As you drive west from the development of metropolitan Washington, D.C., the rolling hills of the eastern panhandle of West Virginia provide a welcome respite. This is the northern expanse of the Shenandoah Valley and was considered the “bread basket of the Confederacy” during the Civil War. Jefferson County, West Virginia is still predominantly farm country growing more corn, soybeans, and wheat than any other county in the state. The rolling farmlands present excellent pastures and dairy farms are very common as well. West Virginia’s eastern panhandle is also the closest part of the state feeding into the Chesapeake Bay watershed. The Shenandoah River flows through Jefferson County on its way to meeting the Potomac River in Harper’s Ferry; from there the water quickly moves downstream into the Bay.
Because of its proximity to the Potomac River and the Bay, this region was designated as one of the greatest contributors of pollution to the river due to runoff from agricultural lands. In addition, with the continuing sprawl from the Washington, D.C. metro area, West Virginia’s panhandle is now considered a “bedroom community” and retirement area for former Washington metro area residents. As more people move into the region, farmland is rapidly lost to development.
The Natural Resources Conservation Service and U.S. Fish and Wildlife Service’s Partners for Fish and Wildlife program recognized that to reduce runoff in West Virginia’s eastern panhandle, they needed to work directly with private landowners. Developing a relationship and working to find a solution that is good for everyone helps to leverage cooperative partnerships that clean the water, protect the soil and conserve the landscape. Warren Mickey was approached to fence the creek running through his farm to keep his dairy herd out of the water. Like many farmers in the area, Warren was cautious about working with federal agencies and was concerned about specific limitations in the original proposal. Sitting down with the U.S. Fish and Wildlife Service’s field office project leader, John Schmidt, opened the door for Warren. John helped identify specific concerns and developed solutions that worked for the watershed and for Warren. They found a way to fence the creek with appropriate buffers for Warren’s cattle and providing several new stream crossings while still improving water quality.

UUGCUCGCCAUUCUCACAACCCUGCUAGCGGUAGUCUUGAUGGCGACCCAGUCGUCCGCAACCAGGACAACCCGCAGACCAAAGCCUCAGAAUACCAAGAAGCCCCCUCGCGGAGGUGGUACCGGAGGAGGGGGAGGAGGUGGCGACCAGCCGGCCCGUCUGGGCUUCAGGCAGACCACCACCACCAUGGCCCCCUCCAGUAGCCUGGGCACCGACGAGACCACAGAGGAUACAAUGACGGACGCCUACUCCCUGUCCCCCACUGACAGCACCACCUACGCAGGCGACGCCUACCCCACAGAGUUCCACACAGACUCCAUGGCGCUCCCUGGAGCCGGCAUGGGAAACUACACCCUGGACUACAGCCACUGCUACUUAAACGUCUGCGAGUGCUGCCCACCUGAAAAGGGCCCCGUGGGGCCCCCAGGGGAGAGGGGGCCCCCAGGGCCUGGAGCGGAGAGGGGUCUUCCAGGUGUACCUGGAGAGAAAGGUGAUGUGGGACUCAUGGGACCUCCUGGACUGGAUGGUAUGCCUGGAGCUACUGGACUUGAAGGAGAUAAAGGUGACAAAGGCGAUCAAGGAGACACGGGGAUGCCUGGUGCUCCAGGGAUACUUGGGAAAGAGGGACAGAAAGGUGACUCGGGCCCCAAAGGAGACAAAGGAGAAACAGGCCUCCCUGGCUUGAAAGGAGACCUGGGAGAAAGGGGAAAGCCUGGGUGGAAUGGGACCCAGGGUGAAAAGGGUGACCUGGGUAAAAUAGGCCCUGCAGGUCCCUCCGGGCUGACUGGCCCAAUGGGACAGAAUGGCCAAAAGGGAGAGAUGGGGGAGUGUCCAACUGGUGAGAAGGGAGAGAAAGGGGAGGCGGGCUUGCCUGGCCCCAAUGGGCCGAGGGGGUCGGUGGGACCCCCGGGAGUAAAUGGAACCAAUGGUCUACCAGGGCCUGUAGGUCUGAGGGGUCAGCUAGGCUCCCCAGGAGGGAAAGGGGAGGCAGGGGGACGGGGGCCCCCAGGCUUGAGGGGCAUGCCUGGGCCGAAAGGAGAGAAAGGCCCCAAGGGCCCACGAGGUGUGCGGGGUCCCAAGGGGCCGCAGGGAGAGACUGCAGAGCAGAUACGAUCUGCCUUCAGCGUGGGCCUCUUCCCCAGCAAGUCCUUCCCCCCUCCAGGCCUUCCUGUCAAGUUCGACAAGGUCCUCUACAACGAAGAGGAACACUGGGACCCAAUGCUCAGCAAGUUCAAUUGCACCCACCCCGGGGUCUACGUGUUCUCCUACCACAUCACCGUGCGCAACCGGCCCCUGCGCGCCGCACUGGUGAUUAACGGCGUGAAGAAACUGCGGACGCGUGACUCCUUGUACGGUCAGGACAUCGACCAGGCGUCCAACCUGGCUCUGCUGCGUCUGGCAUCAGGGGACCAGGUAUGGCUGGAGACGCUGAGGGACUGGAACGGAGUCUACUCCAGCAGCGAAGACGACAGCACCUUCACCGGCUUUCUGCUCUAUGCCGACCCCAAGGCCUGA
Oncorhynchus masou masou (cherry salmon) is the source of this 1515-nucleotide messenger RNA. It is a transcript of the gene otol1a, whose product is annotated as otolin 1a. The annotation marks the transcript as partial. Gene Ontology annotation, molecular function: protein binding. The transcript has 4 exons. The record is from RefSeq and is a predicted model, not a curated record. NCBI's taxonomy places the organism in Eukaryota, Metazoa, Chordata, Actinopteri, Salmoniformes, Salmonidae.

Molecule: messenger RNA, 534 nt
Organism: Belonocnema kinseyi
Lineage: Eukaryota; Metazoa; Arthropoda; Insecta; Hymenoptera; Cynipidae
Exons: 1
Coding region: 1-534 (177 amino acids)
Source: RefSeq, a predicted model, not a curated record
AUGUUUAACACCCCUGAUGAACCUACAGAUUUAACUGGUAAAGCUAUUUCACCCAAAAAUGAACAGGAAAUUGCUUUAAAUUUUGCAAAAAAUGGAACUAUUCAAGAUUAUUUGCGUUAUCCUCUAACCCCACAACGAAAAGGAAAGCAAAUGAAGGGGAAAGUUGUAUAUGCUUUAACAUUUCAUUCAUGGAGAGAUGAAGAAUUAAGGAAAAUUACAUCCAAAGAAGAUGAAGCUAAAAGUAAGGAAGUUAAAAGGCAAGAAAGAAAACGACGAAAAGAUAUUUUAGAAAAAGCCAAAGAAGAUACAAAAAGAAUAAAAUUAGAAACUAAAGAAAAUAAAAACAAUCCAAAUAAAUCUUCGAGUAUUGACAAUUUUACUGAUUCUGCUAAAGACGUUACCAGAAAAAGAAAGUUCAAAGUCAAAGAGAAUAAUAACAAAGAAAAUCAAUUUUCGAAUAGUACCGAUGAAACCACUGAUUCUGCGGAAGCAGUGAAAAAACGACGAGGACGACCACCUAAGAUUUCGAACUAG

Most farms in the region have also transitioned to no-till agriculture and collaborative projects are helping to manage nutrient levels from croplands. To combat farmland loss to residential development, Jefferson County established a farmland protection program that utilizes a tax on real estate transfers to fund conservation easements that protect working agricultural properties. These easements allow the landowners to continue to live and farm on the property but restrict future development.
Partnerships have been critical to working with landowners in West Virginia’s panhandle to improve the health of the watershed and maintain the agricultural landscape. The Natural Resources Conservation Service, Farm Services Agency, and U.S. Fish and Wildlife Service have supported efforts by collaborating directly with landowners and providing funding through federal conservation programs. In addition, groups like Pheasants Forever, Trout Unlimited, and farmland conservation groups have been engaged as has the Indiana University of Pennsylvania.
Farmers in the region have seen improvements to their herd health and their cropping practices. Importantly, there have also been improvements to water quality and a recognition of the value of collaborative conservation efforts. Farmland preservation efforts have also increased and Jefferson County’s Farmland Protection program has protected more than 4,000 acres since it was established in 2000. These efforts are helping to maintain the agricultural heritage of rural communities in West Virginia’s eastern panhandle.